If Nick Kyrgios again decides not to follow the ATP Tour, he faces virtually a two-year absence from the game.

If Nick Kyrgios again decides not to follow the ATP Tour as the COVID-19 pandemic rages on, he faces virtually a two-year absence from the game.

That’s the concerning reality, as spelled out by Australian tennis great Todd Woodbridge, who fears for Kyrgios’ career in that scenario.

If Kyrgios again opts against international travel and the pandemic does not ease, his brief Australian summer campaign will be the only tennis amid two wiped-out years.

Kyrgios made a spectacular exit from the Australian Open, losing in five sets to third seed and major winner Dominic Thiem. It was a reminder of his brilliance, seizing a two sets to love lead in complete defiance of rankings, before his slide to defeat marked the gap between Kyrgios and the top players.

“Nick gave us everything Nick does; point penalty, all sorts of stuff, a broken racquet here and a ball over there. But he stayed focused and he played seriously good tennis,” Woodbridge said on Wide World of Sports’ The Morning Serve.

“Now the question is, what happens for the rest of the year? For me, I get the feeling he probably won’t travel. I don’t think he’s going to feel at all comfortable going away with the current scenario, it’s no better; in fact, it’s worse than what it was when he chose not to go in the first place.

“And that’s going to be really tough. That would almost mean two years out of the game.

“And to play as well as he did here, with absolutely, really, no preparation, I thought was an extraordinary performance. But what does that do to his career? That’s going to be a big question if he doesn’t go again.”

Woodbridge said that while the first layoff probably helped Kyrgios, a second may be damaging. He said that the maverick star, who turns 26 in April, needed to lift his conditioning if he was to compete for Grand Slams.

“The first thing about having this last 12 months away from the game, I actually think is going to help extend his career. So I think that part of it was a good thing.

“If he doesn’t go again, that’s going to be difficult. What that match showed me [against Thiem] is that tennis-wise, yes, absolutely capable.

“But what it hopefully showed him, and I think he knows this, is that his opponent is a physical beast and if you want to win Grand Slams, you have to be in that same shape. Is he prepared to go and do the one percenters that guys like Thiem, Djokovic, that Federer have done, that Nadal do?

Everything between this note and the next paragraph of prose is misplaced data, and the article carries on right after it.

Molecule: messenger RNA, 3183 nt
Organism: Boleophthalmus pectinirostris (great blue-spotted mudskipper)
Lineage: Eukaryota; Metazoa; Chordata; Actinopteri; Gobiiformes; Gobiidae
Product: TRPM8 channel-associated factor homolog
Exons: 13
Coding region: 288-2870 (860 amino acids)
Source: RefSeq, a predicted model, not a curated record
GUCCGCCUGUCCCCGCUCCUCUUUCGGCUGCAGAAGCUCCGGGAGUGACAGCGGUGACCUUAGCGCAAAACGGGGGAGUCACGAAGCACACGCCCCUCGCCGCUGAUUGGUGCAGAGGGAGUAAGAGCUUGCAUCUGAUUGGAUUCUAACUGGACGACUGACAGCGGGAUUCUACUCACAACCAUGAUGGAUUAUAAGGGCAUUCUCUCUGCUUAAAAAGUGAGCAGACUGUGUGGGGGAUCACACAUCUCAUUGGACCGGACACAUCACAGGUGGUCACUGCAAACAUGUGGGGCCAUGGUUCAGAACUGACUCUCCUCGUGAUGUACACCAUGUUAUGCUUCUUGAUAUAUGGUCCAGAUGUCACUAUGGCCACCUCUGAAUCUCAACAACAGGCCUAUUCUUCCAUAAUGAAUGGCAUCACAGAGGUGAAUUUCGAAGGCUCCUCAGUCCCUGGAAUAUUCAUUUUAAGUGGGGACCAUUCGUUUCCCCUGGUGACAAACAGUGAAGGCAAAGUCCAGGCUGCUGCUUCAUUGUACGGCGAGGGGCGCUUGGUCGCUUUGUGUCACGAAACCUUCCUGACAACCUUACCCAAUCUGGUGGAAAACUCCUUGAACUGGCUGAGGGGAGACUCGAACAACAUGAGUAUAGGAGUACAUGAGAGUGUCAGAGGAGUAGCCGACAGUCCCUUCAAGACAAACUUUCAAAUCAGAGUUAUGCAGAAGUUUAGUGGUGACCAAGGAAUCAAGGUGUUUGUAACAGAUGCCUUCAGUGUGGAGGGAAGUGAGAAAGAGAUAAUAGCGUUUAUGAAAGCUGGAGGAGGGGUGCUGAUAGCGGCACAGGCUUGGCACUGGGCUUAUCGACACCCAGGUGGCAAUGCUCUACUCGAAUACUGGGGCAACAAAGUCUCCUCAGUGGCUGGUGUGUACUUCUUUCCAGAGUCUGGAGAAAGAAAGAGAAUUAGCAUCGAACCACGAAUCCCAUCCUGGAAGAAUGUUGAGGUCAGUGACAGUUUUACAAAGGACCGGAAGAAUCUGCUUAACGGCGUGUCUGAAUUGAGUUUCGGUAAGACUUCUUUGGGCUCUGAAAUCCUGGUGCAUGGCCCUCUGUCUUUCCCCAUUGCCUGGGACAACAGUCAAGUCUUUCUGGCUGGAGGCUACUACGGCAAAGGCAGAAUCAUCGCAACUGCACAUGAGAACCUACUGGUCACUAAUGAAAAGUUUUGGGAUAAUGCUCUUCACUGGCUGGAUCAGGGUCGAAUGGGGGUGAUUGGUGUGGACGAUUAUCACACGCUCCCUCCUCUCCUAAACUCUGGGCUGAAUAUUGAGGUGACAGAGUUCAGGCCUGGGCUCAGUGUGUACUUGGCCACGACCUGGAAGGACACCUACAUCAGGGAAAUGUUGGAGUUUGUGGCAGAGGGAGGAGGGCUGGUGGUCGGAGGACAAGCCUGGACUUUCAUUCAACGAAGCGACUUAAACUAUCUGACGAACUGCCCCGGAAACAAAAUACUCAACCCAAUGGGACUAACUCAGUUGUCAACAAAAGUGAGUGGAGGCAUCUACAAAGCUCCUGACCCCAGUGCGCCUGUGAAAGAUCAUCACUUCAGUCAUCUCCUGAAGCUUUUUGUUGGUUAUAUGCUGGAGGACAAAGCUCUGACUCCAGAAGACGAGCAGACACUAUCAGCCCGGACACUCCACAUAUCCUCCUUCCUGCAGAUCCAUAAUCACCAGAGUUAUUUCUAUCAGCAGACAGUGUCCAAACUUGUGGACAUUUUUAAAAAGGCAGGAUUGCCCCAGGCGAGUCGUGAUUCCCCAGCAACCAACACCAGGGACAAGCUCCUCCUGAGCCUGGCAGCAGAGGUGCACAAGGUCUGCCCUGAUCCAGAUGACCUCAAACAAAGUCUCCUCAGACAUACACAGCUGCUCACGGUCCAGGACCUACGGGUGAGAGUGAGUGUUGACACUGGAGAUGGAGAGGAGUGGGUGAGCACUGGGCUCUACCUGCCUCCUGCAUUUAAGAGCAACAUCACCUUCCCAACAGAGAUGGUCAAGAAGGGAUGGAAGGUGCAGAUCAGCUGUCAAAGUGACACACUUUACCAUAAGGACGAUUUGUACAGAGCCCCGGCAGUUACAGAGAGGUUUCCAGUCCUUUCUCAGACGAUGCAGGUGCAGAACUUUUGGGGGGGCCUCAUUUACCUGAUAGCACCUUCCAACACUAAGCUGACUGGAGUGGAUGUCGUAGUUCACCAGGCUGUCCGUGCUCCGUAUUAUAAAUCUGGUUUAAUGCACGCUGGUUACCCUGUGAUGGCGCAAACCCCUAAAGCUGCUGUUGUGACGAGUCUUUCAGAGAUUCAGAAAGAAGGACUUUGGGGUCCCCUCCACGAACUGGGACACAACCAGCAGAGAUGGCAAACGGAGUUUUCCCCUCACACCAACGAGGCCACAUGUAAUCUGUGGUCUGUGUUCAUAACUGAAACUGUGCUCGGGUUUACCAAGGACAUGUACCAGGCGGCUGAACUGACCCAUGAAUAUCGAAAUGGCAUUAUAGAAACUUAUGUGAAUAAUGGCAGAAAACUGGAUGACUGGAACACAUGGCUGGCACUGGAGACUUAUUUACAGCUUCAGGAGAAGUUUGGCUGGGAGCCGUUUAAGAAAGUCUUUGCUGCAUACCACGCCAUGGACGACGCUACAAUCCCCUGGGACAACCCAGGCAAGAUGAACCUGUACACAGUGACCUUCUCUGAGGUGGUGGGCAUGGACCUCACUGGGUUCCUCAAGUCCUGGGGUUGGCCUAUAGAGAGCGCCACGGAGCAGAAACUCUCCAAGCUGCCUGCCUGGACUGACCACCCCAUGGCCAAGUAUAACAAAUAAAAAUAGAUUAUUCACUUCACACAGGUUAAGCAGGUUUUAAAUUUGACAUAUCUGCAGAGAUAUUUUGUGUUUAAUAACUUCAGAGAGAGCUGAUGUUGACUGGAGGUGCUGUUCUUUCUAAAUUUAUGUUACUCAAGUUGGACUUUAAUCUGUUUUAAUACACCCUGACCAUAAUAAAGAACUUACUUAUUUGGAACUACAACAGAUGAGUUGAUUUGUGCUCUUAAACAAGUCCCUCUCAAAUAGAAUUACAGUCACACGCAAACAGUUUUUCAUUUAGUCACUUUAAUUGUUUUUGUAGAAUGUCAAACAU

“That’s the question and only he can answer. It’s there, if he wants it.”

Nick Kyrgios of Australia reacts in his Men's Singles third round match against Dominic Thiem of Austria during day five of the 2021 Australian Open at Melbourne Park on February 12, 2021 in Melbourne, Australia.

The ATP Tour moves through the Middle East, North American and Europe in coming months, and right through to the end of the season in November. There are few tour stops where COVID-19 is not currently rife, especially compared with Australia, and Kyrgios’ willingness to travel remains to be seen.

Kyrgios said before the Open that he had finally found a passion for tennis again, despite retaining a “love-hate” relationship with the game.

He clearly thrived in front of Australian supporters again, though he could not quite get over the line against a top opponent like Thiem. It remains to be seen whether he cares either way about ever contending for a Grand Slam; he’s still done no better than a pair of quarter-final appearances (Wimbledon 2014 and Australian Open 2015) and his last trip to the final eight of a major was six years ago.

Kyrgios reacted furiously to a character analysis from tennis great Martina Navratilova after bowing out against Thiem, in which she questioned his maturity and concluded: “I don’t know if he is a good bad guy or a bad good guy, but he’s both.”

Kyrgios responded on Twitter: “YOU KNOW NOTHING ABOUT ME.”

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